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Authors

  1. McMahon, Maria Faillace MSN, RN, PNP-PC/AC

Article Content

Why do we do what we do? What moves us in such a way that makes us say "I have to do this"? Motivation comes in many forms. There are times when we accomplish tasks or do everyday things that are a part of our lives without thinking twice about what motivates us to do it. These things have an end point. It is motivation with a finite goal. Then there is the motivation that comes from life experiences that are bigger and more impactful. These influences can cause our path to immediately change and motivate us to do something entirely different.

 

Webster's Dictionary defines motivation as, "the force or influence that causes someone to do something". It is the element that influences whether you get up early and go to the gym before work or hang out on a day off and read a book. It determines the level at which something is done; whether someone does just enough to do the job or whether they go the extra mile. It is the foundation for success; the crucial element in setting and attaining goals.

 

Motivation is the desire, drawn from deep within, to do something. It is what makes me get up at 4:30 in the morning and go running before work. One of my best friends is a runner. It comes easy for her. It is not so easy for me. I need a reason, something to motivate me. I ran the Marine Corps Marathon, my first marathon, for my son and his comrades who were deployed in Iraq. It is what I did to show my support. Then I ran the Boston Marathon to show support for the first responders, hospital staff, the people who were injured, and for the families of those who lost their life after the bombings. What motivated me was the strength I felt deep within.

 

But they are events that happen and then they are gone. The goal was accomplished.

 

What motivates someone to take care of an injured person, a father, mother, son, or daughter? What motivates someone to educate a preadolescent to wear a helmet when they ride a bike when all of their friends do not? Or, to teach a teenager the dangers of texting and driving? There are many factors.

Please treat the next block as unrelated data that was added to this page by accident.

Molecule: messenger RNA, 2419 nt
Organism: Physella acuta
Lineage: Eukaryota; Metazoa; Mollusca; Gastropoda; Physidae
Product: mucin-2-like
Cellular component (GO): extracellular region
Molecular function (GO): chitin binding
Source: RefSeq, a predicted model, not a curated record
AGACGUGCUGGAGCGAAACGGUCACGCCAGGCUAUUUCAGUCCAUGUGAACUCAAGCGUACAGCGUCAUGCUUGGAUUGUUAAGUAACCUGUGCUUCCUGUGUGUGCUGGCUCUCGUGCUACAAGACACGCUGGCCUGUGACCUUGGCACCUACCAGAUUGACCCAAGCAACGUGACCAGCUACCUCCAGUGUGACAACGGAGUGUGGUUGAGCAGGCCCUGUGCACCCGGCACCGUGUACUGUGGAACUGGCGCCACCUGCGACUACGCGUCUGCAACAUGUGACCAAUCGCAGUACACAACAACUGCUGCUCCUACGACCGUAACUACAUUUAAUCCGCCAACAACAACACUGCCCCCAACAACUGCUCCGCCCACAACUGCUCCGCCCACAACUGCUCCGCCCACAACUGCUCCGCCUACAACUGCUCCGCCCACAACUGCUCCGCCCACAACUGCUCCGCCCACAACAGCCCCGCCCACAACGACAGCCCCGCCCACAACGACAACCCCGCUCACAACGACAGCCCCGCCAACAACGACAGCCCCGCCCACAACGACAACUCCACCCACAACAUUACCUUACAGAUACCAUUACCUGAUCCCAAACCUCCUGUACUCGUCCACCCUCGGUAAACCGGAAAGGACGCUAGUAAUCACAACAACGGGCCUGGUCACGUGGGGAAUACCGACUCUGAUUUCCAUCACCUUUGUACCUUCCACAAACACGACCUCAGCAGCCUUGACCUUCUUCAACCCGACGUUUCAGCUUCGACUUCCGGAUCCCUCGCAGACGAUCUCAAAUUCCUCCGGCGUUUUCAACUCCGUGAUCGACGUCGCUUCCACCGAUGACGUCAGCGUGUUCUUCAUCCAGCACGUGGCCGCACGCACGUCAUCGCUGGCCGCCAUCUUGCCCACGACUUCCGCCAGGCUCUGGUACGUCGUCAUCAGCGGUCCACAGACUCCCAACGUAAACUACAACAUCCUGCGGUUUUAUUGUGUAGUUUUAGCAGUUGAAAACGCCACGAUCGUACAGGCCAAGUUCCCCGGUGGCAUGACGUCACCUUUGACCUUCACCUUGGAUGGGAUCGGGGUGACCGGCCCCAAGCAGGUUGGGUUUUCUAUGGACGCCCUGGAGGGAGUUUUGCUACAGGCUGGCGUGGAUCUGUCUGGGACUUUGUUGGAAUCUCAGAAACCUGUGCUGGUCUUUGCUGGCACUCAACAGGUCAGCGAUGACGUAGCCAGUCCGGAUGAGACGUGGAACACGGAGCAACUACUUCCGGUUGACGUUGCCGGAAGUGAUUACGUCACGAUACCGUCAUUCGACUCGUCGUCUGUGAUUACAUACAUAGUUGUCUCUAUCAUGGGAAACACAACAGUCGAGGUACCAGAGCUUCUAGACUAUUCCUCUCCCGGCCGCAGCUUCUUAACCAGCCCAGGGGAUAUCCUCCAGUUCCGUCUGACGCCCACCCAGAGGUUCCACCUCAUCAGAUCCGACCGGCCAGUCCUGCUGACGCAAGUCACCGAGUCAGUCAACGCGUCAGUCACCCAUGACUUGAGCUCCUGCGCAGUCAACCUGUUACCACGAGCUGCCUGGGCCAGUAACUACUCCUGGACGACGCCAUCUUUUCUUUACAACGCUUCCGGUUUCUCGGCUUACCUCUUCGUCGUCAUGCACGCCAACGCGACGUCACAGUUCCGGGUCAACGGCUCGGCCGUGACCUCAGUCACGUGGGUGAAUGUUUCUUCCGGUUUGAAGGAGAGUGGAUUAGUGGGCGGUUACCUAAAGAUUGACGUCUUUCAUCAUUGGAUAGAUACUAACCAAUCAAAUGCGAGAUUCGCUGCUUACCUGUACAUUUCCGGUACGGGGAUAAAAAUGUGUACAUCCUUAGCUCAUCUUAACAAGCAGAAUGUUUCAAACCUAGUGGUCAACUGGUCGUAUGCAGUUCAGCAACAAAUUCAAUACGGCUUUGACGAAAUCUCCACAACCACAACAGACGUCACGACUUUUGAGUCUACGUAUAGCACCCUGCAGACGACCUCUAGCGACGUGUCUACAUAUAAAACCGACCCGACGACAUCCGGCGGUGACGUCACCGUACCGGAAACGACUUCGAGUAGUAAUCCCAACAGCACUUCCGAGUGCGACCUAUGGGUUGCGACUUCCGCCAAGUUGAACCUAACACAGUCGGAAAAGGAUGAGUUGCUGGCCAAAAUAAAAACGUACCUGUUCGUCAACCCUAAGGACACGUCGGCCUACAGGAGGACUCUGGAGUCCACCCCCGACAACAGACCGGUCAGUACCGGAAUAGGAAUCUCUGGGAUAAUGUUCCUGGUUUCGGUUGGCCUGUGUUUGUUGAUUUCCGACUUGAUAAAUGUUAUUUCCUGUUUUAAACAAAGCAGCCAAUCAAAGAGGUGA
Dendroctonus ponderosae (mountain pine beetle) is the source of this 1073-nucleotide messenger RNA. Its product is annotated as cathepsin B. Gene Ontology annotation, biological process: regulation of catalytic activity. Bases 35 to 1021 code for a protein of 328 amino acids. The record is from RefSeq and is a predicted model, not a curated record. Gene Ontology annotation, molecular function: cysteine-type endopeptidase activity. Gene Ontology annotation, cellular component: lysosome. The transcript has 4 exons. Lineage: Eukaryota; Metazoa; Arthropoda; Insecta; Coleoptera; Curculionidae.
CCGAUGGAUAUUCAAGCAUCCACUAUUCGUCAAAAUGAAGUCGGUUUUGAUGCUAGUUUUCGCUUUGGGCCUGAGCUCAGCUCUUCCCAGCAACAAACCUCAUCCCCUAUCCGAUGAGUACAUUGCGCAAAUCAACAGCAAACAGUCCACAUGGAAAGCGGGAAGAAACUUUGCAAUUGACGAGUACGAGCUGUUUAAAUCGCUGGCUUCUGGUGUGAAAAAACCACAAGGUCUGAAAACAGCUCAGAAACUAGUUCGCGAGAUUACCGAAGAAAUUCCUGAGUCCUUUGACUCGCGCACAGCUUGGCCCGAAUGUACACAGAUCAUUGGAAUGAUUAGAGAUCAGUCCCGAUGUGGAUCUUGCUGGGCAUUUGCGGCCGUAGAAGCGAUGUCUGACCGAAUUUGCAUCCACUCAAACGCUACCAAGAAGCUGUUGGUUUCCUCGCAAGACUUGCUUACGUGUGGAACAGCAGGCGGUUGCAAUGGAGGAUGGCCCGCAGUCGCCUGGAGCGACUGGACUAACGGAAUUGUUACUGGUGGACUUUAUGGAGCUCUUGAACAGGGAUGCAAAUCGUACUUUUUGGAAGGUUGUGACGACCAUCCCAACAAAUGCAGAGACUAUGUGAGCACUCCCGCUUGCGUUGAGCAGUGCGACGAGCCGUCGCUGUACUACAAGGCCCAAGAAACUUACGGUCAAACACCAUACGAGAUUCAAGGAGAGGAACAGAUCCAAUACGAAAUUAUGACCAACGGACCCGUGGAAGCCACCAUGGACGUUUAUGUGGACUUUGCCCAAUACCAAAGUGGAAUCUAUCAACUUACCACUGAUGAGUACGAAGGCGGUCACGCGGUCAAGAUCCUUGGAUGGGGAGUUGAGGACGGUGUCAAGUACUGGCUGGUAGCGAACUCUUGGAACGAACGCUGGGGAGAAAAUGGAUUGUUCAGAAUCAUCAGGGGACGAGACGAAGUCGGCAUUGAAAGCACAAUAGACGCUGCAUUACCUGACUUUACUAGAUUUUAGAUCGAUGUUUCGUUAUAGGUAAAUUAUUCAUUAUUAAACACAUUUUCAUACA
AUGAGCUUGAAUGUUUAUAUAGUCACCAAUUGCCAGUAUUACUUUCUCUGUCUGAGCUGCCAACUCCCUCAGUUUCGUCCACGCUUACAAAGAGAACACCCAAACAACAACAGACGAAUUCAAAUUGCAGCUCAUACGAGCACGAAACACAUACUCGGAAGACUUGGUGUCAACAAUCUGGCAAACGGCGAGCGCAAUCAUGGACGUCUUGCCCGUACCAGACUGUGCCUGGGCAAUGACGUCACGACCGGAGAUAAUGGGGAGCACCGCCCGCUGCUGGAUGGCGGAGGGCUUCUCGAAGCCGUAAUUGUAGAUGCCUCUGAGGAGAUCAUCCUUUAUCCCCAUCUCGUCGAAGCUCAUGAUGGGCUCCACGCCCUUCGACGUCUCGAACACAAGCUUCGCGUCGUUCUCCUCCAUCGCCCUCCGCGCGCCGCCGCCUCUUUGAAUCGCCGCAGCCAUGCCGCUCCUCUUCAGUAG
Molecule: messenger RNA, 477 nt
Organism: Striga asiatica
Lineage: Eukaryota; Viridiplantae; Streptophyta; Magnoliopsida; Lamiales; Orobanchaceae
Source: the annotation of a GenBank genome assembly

Some are a part of our fabric, a part of us that has been there since we were small children. For others it may have been an event that influenced how we want to live our lives. There is a prominent trauma surgeon who will say he became who he is today because as a high school student he witnessed a car accident. He saw a trauma victim lose his life at the scene and decided he was going to be someone who could help someone else in the future.

 

To make the decision to work in trauma, to care for those injured, to teach, to help others understand what is going on in a world of chest tubes, ventilators, damage control, and injury prevention, is to be someone who is the rock for a patient in a vulnerable position. Someone to help them cope, to know what the plan is and to know what to do to get them back to the place, if possible, they were before an injury, is so fulfilling. We all have our reasons.

 

What motivates one to run into danger? Do you run toward a motor vehicle collision to provide care to the driver or passengers? When you hear an explosion, do you move toward it, knowing that there will be people that need your help?

 

It is also what motivates someone to work hard to prevent an injury from happening-to put those who care for the injured out of business. There is something deep inside that motivates someone to belong to an organization or committee to ensure that the best possible program, educational curriculum, or trauma system is in place. A system that will ensure the physical and emotional needs of the injured are being met in the best possible way. Motivation in this form speaks to me. It is why I chose to do what I do. It is why I love my job. I am motivated to help others during the most traumatic time of their lives. The unexpected has happened, and I want to be there to help. I am drawn to this patient population and I really cannot see myself happier any place else. It is what motivates me daily and is why I continue to persevere on their behalf. It is part of my fabric. What motivates me may not motivate another. How do we learn what moves each of us and how do we inspire others to find that motivation within? How do we influence others and encourage them to do anything? We can start by leading by example.

 

Motivation is a very powerful force. What is yours?